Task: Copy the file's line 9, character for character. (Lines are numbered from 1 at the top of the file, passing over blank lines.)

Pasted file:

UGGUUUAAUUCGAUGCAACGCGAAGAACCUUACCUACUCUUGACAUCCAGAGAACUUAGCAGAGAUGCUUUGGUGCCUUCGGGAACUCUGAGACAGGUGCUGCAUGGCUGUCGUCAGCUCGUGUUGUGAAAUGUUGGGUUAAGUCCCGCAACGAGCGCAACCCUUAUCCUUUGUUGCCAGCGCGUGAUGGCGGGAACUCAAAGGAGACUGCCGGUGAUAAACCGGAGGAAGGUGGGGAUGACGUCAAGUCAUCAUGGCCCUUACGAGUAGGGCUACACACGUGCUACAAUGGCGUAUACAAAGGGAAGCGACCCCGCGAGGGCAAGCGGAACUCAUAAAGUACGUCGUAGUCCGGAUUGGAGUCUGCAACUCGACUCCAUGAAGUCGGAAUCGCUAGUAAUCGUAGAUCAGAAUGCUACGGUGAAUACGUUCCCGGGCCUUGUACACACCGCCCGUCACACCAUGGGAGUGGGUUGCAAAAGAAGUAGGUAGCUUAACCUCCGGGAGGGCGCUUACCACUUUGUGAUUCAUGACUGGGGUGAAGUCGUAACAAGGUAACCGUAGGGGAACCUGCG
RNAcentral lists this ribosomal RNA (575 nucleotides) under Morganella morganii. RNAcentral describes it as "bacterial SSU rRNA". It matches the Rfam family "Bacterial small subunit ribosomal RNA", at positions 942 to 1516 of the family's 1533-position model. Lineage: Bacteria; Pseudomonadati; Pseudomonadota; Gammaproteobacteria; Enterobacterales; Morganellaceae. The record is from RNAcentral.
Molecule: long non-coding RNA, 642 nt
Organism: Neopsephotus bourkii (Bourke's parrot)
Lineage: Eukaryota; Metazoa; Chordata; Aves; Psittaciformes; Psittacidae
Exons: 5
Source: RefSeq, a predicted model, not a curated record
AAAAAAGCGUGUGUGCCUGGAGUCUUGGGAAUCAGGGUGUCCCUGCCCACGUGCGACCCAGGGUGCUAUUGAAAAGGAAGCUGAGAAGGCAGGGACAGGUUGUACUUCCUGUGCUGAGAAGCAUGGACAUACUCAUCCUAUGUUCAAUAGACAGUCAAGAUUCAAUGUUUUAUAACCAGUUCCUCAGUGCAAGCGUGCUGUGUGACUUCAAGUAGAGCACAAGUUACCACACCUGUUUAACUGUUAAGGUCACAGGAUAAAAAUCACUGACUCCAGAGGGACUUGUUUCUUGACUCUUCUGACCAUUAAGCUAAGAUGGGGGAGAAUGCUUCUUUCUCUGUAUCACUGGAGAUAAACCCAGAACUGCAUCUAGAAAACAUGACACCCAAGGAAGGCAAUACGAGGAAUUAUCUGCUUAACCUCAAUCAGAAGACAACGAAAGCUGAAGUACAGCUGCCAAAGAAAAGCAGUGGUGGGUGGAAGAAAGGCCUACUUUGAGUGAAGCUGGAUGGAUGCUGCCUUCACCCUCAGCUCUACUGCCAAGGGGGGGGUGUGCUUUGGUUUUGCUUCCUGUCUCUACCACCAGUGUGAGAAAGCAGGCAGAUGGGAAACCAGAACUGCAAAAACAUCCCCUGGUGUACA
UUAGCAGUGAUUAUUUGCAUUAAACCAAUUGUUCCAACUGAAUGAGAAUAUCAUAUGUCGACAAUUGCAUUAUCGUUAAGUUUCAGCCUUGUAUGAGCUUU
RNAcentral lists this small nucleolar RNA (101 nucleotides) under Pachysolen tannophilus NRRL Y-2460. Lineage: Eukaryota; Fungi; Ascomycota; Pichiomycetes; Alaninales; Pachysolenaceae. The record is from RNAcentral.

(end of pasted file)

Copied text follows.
UUAGCAGUGAUUAUUUGCAUUAAACCAAUUGUUCCAACUGAAUGAGAAUAUCAUAUGUCGACAAUUGCAUUAUCGUUAAGUUUCAGCCUUGUAUGAGCUUU